Native Peoples Interlude

Trails have carried us to abandoned mines, logging camps, and a beaver pond one cold grey January afternoon. They have taken us to the historic Gila Cliff Dwellings and a sunrise on what seemed like the top of the Rockie Mountains just east of Pagosa Springs in Colorado. Somewhere in Maryland we got out of the car to stretch our legs–Kathy noticed a historic marker and a short trail took us to the birthplace of one Harriet Tubman. We learned long ago to pause long enough to see the writing on information posts, placards, signs, and such. Today’s gift was encountered on a run on some trails near Rosario Beach on Fidalgo Island here in Washington.  The story combines legend, history, and myth, Native American spirits, and visions of people gathered ’round a campfire to listen to an old story retold.

In case the words on the left in the first picture are not legible,
text
“This is not a “totem pole”. Totem poles were made by Native peoples of the North Pacific Coast such as the Tsimshian, Haida, and Tlingit of British Columbia and Alaska. A totem pole is a record of lineage (family history). It uses a relatively standardized vocabulary of animals and people.”
DSC01764
“Here in the Salish Sea (Puget Sound and Georgia Strait), Coast Salish peoples carved or painted the doorways and large cedar posts of their houses. Carved and painted posts were also sometimes used to mark graves. The designs often tell how the builder of the house became wealthy.”
DSC01765
“This pole was made by Fidalgo Island artist, Tracy Powell; for the Samish people. It was raised here in 1983 by Samish families to celebrate their survival and honor their traditions.”
DSC01766
I look at these lines of historical information and am thankful for that day in 2009 when Kathy asked, “What about North Dakota?” I said, “What about North Dakota?” She explained about the Turtle Mountain Band of the Chippewa Reservation needing volunteers. We left our beloved Pacific Northwest; paused at Chief Joseph’s grave over in eastern Washington, ran on the trails of the Gila Cliff Dwellings in New Mexico with Aldo Leopold’s words in mind.  We even took a picture at one of the bridges of Madison Country before finally arriving in Belcourt, North Dakota for a year full of new people, peoples, stories–myth, history, and legend–Native American crafts and skills, and a constant reminder to always pause to read the story pages along the way.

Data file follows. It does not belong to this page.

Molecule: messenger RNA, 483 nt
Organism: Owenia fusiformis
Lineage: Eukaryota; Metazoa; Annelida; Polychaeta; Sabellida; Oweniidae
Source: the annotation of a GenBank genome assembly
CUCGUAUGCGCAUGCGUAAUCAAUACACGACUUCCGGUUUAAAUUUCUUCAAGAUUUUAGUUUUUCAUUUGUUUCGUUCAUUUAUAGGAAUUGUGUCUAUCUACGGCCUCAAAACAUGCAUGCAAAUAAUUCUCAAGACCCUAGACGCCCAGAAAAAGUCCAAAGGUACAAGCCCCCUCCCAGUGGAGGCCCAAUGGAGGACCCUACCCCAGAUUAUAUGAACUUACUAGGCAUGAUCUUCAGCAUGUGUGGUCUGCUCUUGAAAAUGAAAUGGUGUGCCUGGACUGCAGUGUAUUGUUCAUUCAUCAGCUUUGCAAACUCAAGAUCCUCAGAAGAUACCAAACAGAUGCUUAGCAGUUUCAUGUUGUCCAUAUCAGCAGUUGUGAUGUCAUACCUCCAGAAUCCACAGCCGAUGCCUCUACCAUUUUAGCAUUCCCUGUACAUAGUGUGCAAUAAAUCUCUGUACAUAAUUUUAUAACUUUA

———-Run gently out there———

Normandy Revisited

norm_blogA June 6th reflection

—–Brown Shoes, Black Shoes—–

There are these two old men that I see wandering here and there, never quite entering my running environment for some reason. I have seen them when I am pedaling to the store, driving to the post office, or from a bus but have never encountered them while on foot. When I first saw them their number was three. Time being what it is, their age being what it appeared to be, a reduction in numbers was not unexpected, but I watched more closely during their next few appearances—yes, three have become two.

Of the two that are left, having no names to put with them, I know one always has on black shoes, brown corduroy pants, green flannel shirt, khaki jacket, and a herringbone hat with a blue ribbon that almost matches blue eyes that are undimmed by the passing years. The other wears brown shoes, khaki pants, and shirt—creased from the years of wear and many years of ironing.

On one bike trip to the store I was close enough to see the word “Normandy” on brown shoes’ baseball cap. I was flying on the downhill—too fast to stop, even though I was becoming aware of an emerging need. That word on his cap, two smiles, and a chuckle as I zoomed on by were all that managed to be recorded in the abstractions of my mental scratchboard that morning.

Yesterday as I turned up the last quarter mile of trail, I could see Kathy talking to, hmm, two old men. As I got close I could hear words, then a laugh, then black shoes pointed at me and said, “Better give the lad some room,” and motioned for them to move over. Kathy laughed, and I stopped. She explained they (brown shoes and black shoes) were picking mushrooms for soup—and they were showing her which ones not to pick. Minutes passed, old fingers, bent from age, pointed at white mushrooms, red mushrooms—tan and black were disapproved—a good “crop” this year, black shoes said; brown shoes agreed and sliced off a piece of a red cap for Kathy.

A part of my mind was playing with faces and numbers—1944 minus 16 (some 18-year-olds had lied about those last two years just to be in uniform) would be 1928, which would make them 82 years or so old. Okay, seemed to fit.

Mutterings continued back and forth. My curiosity killing me, I finally asked brown shoes about the cap. “Were you at Normandy?” “Yes.” “What outfit?” A pause, they looked at each other, then, “The 82nd.” Oh. There was an aura of quiet.  Me and my stupid curiosity and question asking—ratz—then Kathy said, “Sainte Mère Église?” Brown shoes looked at her, then looked at black shoes; both smiled.  He asked, “Have you been there?” Kathy replied, “Yes, 2004.” Black shoes looked at her, then at me. “2004, sixty years gone by. Quieter now, I suppose?” Kathy nodded. “Yes.”

Four generations have come and gone since brown shoes and black shoes were born. Kathy and I have seen two more generations. Just long enough to listen to someone pass on the knowledge of which mushrooms to pick for dinner—and other things along the way.